Frequently Asked Questions

Q: Is paragliding the same as parasailing, parachuting, or BASE jumping?

A: Not even close! Parasailing is what you do out on the ocean behind a boat. This requires no skill at all, and you’re at the mercy of the boat operator. He drags you up and down and you've probably had too much to drink if you’re on vacation. This is definitely not paragliding! Parachutes are designed to be deployed during a free-fall from an airplane and to then descend to the ground. We don't deploy our paragliders. We inflate them like a kite, and ease them overhead. Base jumping is a form of paragliding for those crazy souls who like lots and lots of risk for a rush that lasts a few seconds. These lunatics jump from cliffs, bridges, buildings, or any other high altitude platform. Our gliders don't endure the stress that parachutes do. We launch from gentle sloping hillsides with our gliders already inflated overhead ready to fly. We can check the glider and abort before we launch if we see something we don’t like. Launching is never rushed. We can pull the glider overhead and stay there kiting it until we decide to launch. Paragliders are much lighter and more aerodynamic, designed to go up rather than down.

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Q: How is paragliding different from hangliding?

A: Paragliding and hang gliding are very similiar in terms of the pure joy of flight. The sensation of flying either craft is very birdlike. Many pilots enjoy both sports equally, you should consider learning both. There are aspects that make each a little easier in some situations and more difficult in others. A paraglider is a bit faster to set up and put away, it folds up into a 30 lbs. backpack in about five minutes and can be easily transported in the trunk of a car, whereas a hang glider requires a roof rack for transport and takes at least twice as long to set up and take down, they generally weigh twice as much as a paraglider. Pilots commonly carry their paragliders to the tops of peaks in the Cascades, Alps, Andes, and Himalayas, this would be difficult with a hang glider. It's also easier to check the paraglider as luggage with the airlines or bus, or even just to hitch a ride back to launch. Paragliding launches are not as "committing"; if you want to stop your launch, you just stop running and the canopy floats down behind you. BUT, a hangglider can be launched from smaller spaces, i.e. narrow openings in a treed ridge line, and more easily in higher winds. Because hang gliders fly slightly faster, they can cover greater distances more easily and can fly up-wind more easily. But paragliders, which have advanced rapidly over the last few years, can now cover distances almost as great and, due to their tighter turning radius, can often stay aloft in light lift when hang gliders can't. Both paragliders and hang gliders can be towed into the air by winches and can use auxillary motors to launch. Hang gliders, due to their slightly higher speed range have the unique advantage that they can be towed by motorized ultralights thousands of feet above the ground where they can then release to fly freely, just like a sailplane, this is very fun. Paragliders can more easily be landed back on top of a mountain or the side of a hill and use much smaller landing areas, This makes cross country flying less stressful. A hang glider is controlled through weight shift and the feeling of carving turns is similiar to riding a roller-coaster head first. A paraglider is controlled through weight shift and application of brakes which deform the back edge of the glider, there is a similiar feeling of carving turns, but there's not as much speed and you're upright in a sitting position. They both have similiar safety records.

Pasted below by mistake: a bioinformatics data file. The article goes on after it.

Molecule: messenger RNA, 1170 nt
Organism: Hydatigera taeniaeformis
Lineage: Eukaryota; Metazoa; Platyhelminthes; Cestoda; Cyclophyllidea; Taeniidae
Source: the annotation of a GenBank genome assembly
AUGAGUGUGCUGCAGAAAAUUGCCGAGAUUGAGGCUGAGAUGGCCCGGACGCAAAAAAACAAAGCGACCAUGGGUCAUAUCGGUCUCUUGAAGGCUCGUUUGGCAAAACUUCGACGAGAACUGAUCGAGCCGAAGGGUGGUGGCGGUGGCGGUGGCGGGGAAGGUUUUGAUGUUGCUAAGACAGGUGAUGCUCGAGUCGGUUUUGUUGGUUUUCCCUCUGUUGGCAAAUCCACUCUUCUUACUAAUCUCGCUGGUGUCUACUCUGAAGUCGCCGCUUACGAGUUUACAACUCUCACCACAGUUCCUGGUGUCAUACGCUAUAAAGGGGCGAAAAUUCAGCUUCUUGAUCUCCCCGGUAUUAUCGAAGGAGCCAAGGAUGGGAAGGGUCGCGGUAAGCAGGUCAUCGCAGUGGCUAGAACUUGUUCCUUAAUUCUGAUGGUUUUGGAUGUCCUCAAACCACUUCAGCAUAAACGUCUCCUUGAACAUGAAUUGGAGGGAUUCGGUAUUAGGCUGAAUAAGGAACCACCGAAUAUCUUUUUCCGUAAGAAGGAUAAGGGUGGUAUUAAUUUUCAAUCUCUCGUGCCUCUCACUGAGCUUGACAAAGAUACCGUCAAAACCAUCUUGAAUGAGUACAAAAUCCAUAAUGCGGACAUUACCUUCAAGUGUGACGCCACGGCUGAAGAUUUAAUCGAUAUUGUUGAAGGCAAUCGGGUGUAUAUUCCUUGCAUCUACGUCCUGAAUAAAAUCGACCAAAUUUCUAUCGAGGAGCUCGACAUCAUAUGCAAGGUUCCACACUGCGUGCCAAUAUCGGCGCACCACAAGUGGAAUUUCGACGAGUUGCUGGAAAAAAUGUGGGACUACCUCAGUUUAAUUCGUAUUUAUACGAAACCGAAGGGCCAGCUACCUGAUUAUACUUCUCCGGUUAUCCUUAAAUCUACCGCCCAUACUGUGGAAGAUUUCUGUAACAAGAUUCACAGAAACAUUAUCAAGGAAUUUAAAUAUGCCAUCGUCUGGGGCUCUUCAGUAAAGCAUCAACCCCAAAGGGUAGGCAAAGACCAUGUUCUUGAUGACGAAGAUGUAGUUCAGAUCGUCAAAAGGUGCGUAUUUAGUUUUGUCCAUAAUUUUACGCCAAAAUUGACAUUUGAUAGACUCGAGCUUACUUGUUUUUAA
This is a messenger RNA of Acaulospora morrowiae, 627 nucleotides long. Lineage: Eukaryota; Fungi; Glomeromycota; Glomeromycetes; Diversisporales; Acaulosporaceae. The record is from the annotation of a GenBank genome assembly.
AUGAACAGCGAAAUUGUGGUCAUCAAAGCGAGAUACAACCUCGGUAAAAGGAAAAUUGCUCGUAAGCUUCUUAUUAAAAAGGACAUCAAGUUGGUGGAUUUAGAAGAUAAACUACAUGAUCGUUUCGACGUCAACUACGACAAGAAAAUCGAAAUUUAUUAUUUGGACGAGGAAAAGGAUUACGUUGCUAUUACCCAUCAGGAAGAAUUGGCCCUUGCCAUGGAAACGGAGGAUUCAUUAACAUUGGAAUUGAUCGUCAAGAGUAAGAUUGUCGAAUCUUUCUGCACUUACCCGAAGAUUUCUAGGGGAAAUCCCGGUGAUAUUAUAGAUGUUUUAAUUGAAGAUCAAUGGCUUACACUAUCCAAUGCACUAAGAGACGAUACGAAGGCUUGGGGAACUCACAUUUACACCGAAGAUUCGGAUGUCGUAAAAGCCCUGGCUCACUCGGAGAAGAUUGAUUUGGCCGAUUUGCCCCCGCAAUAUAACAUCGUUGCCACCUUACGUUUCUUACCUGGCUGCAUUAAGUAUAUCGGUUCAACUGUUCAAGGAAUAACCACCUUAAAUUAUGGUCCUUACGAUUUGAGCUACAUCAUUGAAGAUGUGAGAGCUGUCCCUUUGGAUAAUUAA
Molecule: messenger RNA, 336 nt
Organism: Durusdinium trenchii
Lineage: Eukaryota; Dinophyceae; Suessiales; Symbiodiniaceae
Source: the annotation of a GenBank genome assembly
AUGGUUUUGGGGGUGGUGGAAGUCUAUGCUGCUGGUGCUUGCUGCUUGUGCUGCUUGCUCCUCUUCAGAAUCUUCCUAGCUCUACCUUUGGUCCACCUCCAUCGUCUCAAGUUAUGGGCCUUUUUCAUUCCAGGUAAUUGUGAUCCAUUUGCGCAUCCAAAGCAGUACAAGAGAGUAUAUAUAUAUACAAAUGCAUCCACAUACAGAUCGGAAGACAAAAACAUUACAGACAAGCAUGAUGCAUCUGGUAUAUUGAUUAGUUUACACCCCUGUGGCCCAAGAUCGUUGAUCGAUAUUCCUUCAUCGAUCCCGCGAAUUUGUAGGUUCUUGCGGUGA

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Q: What can I do with a paraglider?

A: Paragliders are designed to soar. The flight duration record is over 11 hours, and the distance record is 300 kilometers. In training, your first flights will be off a gentle 200 ft. slope. As you progress and become more skilled and confident we will take you to the mountains. This is where the paraglider is used for its designed purpose--SOARING! Average recreational pilots, utilizing thermal and ridge lift, routinely stay aloft three hours or more. Pilots soar to altitudes of 18000 ft. and travel cross country for great distances. Paragliders can be carried in a backpack and launched off most mountains. Paragliders have been flown of almost every major peak in the United States and Europe. Once you become an advanced pilot you can pioneer launches in areas never flown before.

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Q: Is paragliding scary?

A: Paragliding is the simplest and most serene way to fulfill man's oldest dream -- free flight! The pilot jogs down a gentle slope and glides away from the mountain. Most people are afraid of heights. Fear is somewhat an apprehension of the unknown. Your fear will fade as your confidence in your ability to operate in a reasonable manner grows. Your instructor will help you identify your capabilities and limitations. You'll learn that altitude is usually your friend. There is no free falling or jumping off cliffs. The launches and landings are slow and gentle. Once in the air, most people are surprised by how quiet and peaceful the experience is. If the idea of watching the sunset from a comfortable seat in the air, supported by the buoyant evening air, with perhaps an eagle or hawk joining you off your wing tip appeals to you, then paragliding is for you.